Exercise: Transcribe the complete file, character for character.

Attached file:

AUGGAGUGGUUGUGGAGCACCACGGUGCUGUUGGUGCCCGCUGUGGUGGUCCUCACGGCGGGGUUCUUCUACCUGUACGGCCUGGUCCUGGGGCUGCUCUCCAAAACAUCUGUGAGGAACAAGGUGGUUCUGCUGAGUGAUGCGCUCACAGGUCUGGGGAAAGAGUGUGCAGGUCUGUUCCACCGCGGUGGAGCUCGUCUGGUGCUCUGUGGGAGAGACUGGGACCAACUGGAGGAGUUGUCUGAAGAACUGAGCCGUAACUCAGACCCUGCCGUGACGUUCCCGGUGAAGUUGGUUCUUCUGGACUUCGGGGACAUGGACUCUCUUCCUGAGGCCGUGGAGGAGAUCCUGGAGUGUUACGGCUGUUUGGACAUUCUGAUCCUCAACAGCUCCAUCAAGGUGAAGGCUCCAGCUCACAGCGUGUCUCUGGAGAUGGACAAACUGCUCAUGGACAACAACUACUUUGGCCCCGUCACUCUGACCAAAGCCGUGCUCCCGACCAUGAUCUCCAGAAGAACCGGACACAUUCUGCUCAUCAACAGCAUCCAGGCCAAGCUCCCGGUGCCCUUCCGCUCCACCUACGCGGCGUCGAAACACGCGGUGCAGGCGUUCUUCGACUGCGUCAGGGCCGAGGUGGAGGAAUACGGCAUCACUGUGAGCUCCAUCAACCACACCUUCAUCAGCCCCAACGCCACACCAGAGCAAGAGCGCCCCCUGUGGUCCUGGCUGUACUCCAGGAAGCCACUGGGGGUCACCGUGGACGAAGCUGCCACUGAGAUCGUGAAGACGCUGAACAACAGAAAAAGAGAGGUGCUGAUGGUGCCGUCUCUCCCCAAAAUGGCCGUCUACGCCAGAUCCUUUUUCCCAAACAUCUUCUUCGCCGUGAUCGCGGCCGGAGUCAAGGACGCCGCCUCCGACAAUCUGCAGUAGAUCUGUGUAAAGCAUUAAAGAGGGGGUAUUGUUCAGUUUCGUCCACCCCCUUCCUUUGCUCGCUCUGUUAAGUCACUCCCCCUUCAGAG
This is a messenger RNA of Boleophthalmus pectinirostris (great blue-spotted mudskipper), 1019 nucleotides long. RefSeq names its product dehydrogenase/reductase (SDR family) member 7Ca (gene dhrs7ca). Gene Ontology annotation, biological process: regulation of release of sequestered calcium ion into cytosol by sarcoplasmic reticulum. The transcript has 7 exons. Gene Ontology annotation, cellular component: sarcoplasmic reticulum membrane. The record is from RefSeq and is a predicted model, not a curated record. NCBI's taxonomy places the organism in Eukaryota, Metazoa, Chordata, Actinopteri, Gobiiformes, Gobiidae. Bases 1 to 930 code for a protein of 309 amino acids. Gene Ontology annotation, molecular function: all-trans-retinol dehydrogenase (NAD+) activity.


AUGGAGUGGUUGUGGAGCACCACGGUGCUGUUGGUGCCCGCUGUGGUGGUCCUCACGGCGGGGUUCUUCUACCUGUACGGCCUGGUCCUGGGGCUGCUCUCCAAAACAUCUGUGAGGAACAAGGUGGUUCUGCUGAGUGAUGCGCUCACAGGUCUGGGGAAAGAGUGUGCAGGUCUGUUCCACCGCGGUGGAGCUCGUCUGGUGCUCUGUGGGAGAGACUGGGACCAACUGGAGGAGUUGUCUGAAGAACUGAGCCGUAACUCAGACCCUGCCGUGACGUUCCCGGUGAAGUUGGUUCUUCUGGACUUCGGGGACAUGGACUCUCUUCCUGAGGCCGUGGAGGAGAUCCUGGAGUGUUACGGCUGUUUGGACAUUCUGAUCCUCAACAGCUCCAUCAAGGUGAAGGCUCCAGCUCACAGCGUGUCUCUGGAGAUGGACAAACUGCUCAUGGACAACAACUACUUUGGCCCCGUCACUCUGACCAAAGCCGUGCUCCCGACCAUGAUCUCCAGAAGAACCGGACACAUUCUGCUCAUCAACAGCAUCCAGGCCAAGCUCCCGGUGCCCUUCCGCUCCACCUACGCGGCGUCGAAACACGCGGUGCAGGCGUUCUUCGACUGCGUCAGGGCCGAGGUGGAGGAAUACGGCAUCACUGUGAGCUCCAUCAACCACACCUUCAUCAGCCCCAACGCCACACCAGAGCAAGAGCGCCCCCUGUGGUCCUGGCUGUACUCCAGGAAGCCACUGGGGGUCACCGUGGACGAAGCUGCCACUGAGAUCGUGAAGACGCUGAACAACAGAAAAAGAGAGGUGCUGAUGGUGCCGUCUCUCCCCAAAAUGGCCGUCUACGCCAGAUCCUUUUUCCCAAACAUCUUCUUCGCCGUGAUCGCGGCCGGAGUCAAGGACGCCGCCUCCGACAAUCUGCAGUAGAUCUGUGUAAAGCAUUAAAGAGGGGGUAUUGUUCAGUUUCGUCCACCCCCUUCCUUUGCUCGCUCUGUUAAGUCACUCCCCCUUCAGAG
This is a messenger RNA of Boleophthalmus pectinirostris (great blue-spotted mudskipper), 1019 nucleotides long. RefSeq names its product dehydrogenase/reductase (SDR family) member 7Ca (gene dhrs7ca). Gene Ontology annotation, biological process: regulation of release of sequestered calcium ion into cytosol by sarcoplasmic reticulum. The transcript has 7 exons. Gene Ontology annotation, cellular component: sarcoplasmic reticulum membrane. The record is from RefSeq and is a predicted model, not a curated record. NCBI's taxonomy places the organism in Eukaryota, Metazoa, Chordata, Actinopteri, Gobiiformes, Gobiidae. Bases 1 to 930 code for a protein of 309 amino acids. Gene Ontology annotation, molecular function: all-trans-retinol dehydrogenase (NAD+) activity.